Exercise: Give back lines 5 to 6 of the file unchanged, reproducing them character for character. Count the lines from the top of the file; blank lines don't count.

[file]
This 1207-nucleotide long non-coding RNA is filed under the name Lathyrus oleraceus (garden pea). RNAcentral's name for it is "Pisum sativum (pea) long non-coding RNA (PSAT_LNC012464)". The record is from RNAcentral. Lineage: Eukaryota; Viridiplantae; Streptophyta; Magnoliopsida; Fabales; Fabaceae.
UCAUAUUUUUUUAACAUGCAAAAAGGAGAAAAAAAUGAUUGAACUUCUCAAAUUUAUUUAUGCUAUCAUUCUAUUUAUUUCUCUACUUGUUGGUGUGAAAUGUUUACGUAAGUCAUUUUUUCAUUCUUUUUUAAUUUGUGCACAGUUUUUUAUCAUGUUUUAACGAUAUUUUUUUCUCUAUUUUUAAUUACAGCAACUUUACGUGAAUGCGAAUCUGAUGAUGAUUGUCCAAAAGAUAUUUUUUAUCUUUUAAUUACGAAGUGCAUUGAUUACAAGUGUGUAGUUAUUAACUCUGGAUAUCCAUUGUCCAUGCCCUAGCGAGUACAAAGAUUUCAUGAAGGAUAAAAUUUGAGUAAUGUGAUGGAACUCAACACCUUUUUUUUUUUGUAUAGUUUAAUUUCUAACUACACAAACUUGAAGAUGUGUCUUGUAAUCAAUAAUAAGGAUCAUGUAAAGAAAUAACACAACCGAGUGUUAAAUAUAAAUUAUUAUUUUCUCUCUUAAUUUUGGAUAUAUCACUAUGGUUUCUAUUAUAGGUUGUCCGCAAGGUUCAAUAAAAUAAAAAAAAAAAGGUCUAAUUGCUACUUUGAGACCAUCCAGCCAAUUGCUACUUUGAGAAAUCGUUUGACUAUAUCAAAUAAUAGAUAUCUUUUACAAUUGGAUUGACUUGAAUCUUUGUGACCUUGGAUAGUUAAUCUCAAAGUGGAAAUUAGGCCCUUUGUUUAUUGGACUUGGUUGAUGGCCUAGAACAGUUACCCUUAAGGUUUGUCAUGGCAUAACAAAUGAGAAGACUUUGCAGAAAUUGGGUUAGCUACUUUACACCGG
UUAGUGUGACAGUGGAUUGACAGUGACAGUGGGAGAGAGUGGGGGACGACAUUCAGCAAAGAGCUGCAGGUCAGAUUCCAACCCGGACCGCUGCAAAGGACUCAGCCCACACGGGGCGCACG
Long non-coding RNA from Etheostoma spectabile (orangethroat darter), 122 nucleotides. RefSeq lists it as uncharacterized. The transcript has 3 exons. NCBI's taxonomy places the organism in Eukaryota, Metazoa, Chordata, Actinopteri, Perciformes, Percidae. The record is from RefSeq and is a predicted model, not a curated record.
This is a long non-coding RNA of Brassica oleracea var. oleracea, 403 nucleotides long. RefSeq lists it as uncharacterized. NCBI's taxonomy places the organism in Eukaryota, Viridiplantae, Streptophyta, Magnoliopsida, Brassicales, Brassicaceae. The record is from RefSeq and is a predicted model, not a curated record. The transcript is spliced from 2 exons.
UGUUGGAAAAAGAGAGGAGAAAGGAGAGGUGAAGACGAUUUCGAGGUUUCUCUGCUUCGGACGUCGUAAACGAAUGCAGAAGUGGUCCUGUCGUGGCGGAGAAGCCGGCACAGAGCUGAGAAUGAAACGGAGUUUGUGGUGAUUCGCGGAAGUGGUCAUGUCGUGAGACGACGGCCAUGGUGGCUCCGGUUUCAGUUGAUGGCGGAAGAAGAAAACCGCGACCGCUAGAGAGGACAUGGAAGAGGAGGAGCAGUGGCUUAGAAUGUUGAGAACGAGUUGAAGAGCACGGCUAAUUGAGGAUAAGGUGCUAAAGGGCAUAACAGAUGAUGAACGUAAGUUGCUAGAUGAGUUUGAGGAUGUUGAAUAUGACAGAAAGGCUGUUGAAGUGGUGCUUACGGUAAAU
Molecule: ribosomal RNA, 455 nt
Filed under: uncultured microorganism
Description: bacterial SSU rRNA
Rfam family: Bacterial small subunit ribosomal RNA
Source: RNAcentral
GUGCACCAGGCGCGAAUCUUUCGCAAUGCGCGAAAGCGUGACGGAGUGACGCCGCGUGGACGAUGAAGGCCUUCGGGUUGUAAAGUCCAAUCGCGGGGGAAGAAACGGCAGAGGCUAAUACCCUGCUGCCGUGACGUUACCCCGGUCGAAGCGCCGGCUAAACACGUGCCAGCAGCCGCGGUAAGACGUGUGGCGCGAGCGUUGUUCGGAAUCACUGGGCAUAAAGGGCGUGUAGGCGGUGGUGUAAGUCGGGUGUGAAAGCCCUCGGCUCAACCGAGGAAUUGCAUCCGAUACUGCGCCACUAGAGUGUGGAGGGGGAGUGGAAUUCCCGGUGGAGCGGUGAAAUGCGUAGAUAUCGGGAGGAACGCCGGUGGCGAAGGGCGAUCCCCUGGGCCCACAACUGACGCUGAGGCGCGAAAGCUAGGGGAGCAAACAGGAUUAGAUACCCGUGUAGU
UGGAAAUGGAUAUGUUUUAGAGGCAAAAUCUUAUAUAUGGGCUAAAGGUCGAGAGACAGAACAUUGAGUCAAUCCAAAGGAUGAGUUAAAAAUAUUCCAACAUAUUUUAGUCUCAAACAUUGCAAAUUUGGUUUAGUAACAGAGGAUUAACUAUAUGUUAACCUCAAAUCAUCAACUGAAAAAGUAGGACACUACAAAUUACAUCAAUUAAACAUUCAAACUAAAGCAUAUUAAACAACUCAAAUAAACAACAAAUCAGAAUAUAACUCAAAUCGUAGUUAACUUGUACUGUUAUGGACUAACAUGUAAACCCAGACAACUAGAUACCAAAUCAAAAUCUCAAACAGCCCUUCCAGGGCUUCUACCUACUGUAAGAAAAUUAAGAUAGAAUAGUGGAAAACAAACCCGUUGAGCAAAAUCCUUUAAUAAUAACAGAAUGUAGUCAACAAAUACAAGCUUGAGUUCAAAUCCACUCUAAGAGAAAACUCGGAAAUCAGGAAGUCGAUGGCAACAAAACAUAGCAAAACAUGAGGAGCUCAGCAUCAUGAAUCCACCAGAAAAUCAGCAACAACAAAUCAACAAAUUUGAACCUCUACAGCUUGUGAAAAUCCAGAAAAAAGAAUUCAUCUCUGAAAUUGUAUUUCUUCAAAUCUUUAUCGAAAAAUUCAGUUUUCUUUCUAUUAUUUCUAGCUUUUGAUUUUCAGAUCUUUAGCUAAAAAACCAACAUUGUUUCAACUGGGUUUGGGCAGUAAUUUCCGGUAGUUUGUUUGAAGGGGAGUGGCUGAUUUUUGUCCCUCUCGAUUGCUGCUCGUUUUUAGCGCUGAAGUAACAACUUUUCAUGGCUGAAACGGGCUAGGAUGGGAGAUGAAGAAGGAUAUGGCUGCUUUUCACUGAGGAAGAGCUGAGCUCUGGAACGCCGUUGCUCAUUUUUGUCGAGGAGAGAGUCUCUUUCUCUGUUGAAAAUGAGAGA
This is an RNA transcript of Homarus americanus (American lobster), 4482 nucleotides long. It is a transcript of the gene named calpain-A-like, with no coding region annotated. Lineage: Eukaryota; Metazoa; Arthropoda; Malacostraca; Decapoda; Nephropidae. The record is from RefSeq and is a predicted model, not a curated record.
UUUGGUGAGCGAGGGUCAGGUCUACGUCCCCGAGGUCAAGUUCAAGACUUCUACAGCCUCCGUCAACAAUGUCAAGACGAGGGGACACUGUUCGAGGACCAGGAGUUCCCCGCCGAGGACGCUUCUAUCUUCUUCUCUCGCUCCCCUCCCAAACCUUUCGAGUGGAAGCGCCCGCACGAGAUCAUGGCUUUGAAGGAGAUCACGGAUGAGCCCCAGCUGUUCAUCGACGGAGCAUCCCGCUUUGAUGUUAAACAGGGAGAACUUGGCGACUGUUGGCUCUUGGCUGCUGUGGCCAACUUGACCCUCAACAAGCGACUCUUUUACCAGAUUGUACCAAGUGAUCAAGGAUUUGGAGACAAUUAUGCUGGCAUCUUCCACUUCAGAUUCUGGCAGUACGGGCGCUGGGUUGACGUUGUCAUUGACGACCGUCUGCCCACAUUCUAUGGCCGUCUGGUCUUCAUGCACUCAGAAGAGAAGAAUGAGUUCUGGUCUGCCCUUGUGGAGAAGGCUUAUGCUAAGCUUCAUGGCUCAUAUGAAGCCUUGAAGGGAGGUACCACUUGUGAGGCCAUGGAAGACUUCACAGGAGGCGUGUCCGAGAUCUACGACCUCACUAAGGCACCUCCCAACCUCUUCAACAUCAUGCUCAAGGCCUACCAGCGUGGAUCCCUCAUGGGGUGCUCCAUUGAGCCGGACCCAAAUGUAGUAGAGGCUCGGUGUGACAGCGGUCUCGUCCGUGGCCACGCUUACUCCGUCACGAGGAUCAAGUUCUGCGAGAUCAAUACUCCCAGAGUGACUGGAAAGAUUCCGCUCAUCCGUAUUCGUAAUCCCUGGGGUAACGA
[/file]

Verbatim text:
This is a long non-coding RNA of Brassica oleracea var. oleracea, 403 nucleotides long. RefSeq lists it as uncharacterized. NCBI's taxonomy places the organism in Eukaryota, Viridiplantae, Streptophyta, Magnoliopsida, Brassicales, Brassicaceae. The record is from RefSeq and is a predicted model, not a curated record. The transcript is spliced from 2 exons.
UGUUGGAAAAAGAGAGGAGAAAGGAGAGGUGAAGACGAUUUCGAGGUUUCUCUGCUUCGGACGUCGUAAACGAAUGCAGAAGUGGUCCUGUCGUGGCGGAGAAGCCGGCACAGAGCUGAGAAUGAAACGGAGUUUGUGGUGAUUCGCGGAAGUGGUCAUGUCGUGAGACGACGGCCAUGGUGGCUCCGGUUUCAGUUGAUGGCGGAAGAAGAAAACCGCGACCGCUAGAGAGGACAUGGAAGAGGAGGAGCAGUGGCUUAGAAUGUUGAGAACGAGUUGAAGAGCACGGCUAAUUGAGGAUAAGGUGCUAAAGGGCAUAACAGAUGAUGAACGUAAGUUGCUAGAUGAGUUUGAGGAUGUUGAAUAUGACAGAAAGGCUGUUGAAGUGGUGCUUACGGUAAAU